A. M. Weiner, “Femtosecond pulse shaping using spatial light modulators,” Rev. Sci. Instrum. 71(5), 1929–1960 (2000).
[Crossref]

A. Nag, P. A. Chaphekar, and D. Goswami, “Applying genetic algorithm optimization to a folded geometry acousto-optic modulated spatial pulse shaper,” Rev. Sci. Instrum. 81(1), 013101 (2010).
[Crossref]

Science (3)

W. S. Warren, H. Rabitz, and M. Dahleh, “Coherent Control of Quantum Dynamics: The Dream is Alive,” Science 259(5101), 1581–1589 (1993).
[Crossref]

A. Assion, T. Baumert, M. Bergt, T. Brixner, B. Kiefer, V. Syfried, M. Strehle, and G. Gerber, “Control of Chemical Reactions by Feedback-Optimized Phase-Shaped Femtosecond Laser Pulses,” Science 282(5390), 919–922 (1998).
[Crossref]

K. W. Stone, K. Gundogdu, D. B. Turner, X. Q. Li, S. T. Cundiff, and K. A. Nelson, “Two-quantum 2D FT electronic spectroscopy of biexcitons in GaAs quantum wells,” Science 324(5931), 1169–1173 (2009).
[Crossref]

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Figures (11)

Fig. 1.
Fig. 1. Schematic layout of the optical set-up contains zero dispersion 4-F geometry with AOM in the Fourier plane. The generated RF wave is converted to an acoustic wave by a piezoelectric transducer to the AOM. This traveling acoustic wave inside AOM acts as a diffractive grating mask. In our particular method, only a fraction of pulses is diffracted. The need and usefulness of this fractionalized diffraction are discussed later.
Fig. 2.
Fig. 2. Cartoon representation of the selection process involved in the MHz pulse shaping using AOM. The applied RF window creates traveling grating, which deflects several pulses (1-9) in sequence. The fact is that all deflected pulses do not contain the entire spectrum, as they are selected via a traveling grating inside the AOM.
Fig. 3.
Fig. 3. Cross-correlation signal from pulses deflected using 10 µs RF pulse segment with variable duration of radio pulse window: (a) When radio pulse window is too narrow (i.e., 0.1 µs and 0.05 µs), deformation in cross-correlation signal is significant as the number of completely diffracted pulses are rather low. (b) The enhanced cross-correlation features show the fact that pulse width decreases as the duration of radio window increases. After reaching 2 µs and beyond, the pulse width does not change and satisfactorily overlaps with the cross-correlation trace of the original pulse (output from the pulse shaper when no modulation is present).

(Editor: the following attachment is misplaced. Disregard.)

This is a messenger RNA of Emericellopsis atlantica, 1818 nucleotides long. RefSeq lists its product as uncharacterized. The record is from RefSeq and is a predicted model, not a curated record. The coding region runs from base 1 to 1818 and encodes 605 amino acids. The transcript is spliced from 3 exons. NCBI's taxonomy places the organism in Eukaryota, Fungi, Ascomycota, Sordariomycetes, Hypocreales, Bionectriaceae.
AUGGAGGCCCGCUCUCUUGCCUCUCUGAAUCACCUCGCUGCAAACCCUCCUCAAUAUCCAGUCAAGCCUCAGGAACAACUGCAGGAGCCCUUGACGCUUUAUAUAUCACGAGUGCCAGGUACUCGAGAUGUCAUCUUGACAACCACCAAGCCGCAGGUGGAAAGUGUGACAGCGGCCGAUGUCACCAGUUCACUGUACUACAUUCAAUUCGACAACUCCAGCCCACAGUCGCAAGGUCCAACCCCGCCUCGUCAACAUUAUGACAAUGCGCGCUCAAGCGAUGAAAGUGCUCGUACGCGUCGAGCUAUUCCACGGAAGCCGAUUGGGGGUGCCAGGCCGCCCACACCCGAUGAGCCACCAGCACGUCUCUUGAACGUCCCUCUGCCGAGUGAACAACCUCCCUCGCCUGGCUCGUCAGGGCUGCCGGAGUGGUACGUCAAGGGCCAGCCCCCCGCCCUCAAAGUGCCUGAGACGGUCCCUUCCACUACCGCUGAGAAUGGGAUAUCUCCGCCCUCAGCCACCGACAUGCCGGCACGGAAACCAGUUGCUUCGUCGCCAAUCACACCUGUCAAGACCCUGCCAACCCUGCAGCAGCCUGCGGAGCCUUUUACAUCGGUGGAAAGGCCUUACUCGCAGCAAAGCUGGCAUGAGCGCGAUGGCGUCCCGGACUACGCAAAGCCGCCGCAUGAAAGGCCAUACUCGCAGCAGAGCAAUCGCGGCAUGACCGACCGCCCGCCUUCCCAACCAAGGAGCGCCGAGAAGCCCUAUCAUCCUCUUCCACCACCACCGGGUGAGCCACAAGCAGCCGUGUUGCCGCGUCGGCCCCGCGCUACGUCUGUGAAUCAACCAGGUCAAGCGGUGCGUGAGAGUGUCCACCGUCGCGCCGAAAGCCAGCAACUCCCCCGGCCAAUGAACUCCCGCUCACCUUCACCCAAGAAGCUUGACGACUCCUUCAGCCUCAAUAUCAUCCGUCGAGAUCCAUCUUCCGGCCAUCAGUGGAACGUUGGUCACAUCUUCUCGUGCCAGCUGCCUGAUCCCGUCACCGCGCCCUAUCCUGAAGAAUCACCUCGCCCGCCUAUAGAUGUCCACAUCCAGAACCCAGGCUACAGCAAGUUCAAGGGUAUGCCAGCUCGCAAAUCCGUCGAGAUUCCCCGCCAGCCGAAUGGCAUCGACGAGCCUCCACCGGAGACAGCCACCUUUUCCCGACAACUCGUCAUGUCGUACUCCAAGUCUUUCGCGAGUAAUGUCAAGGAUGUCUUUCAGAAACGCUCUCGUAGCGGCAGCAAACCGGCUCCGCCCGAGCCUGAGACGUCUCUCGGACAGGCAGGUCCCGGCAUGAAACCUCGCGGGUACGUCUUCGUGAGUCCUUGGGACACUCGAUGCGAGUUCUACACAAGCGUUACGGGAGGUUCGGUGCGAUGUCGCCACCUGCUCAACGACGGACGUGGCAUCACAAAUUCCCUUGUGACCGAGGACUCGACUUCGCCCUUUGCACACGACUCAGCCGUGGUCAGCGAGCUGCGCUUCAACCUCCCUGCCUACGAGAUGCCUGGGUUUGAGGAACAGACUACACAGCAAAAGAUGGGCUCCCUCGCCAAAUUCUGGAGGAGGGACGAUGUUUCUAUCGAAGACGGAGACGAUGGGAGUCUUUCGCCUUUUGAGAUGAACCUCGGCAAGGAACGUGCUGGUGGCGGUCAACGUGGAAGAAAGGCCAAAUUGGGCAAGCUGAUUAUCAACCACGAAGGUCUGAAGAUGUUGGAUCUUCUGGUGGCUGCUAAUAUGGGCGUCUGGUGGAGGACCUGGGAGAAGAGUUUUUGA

Fig. 4.
Fig. 4. Measured Photodiode signals of the deflected pulses are presented here. (a) The deflected signal due to different RF window function. (b) 2µs windowed Photodiode signal and some of its zoomed in parts. (c) The envelope of the waveform signals in (a).
Fig. 5.
Fig. 5. Time segmented RF pulses applied to AOM, which creates the delayed optical pulses in the temporal domain. Applied RF pulse is a 2µs window within a 10µs time segment with 1 MHz to 40 MHz oscillation frequencies. In (a), the real part of the RF signal generated using 1 MHz oscillation frequency has been pictorially represented and (b) is the corresponding imaginary part of the sinusoidal modulation, and (c) shows the cross-correlation traces of delayed optical pulses created by different oscillation frequencies.
Fig. 6.
Fig. 6. Peak shift due to different linear phase sweep for both the case of 1 µs and 2 µs window is represented here. Though 2 µs window creates pulses whose average effect resembles that of original pulse and 1 µs window does not do so, the linear sweep results in the same shift for both the cases.
Fig. 7.
Fig. 7. Pixelated representation of spectral domain pulse and radio pulse: The goal is to establish one to one correlation between the two-pixel forms.
Fig. 8.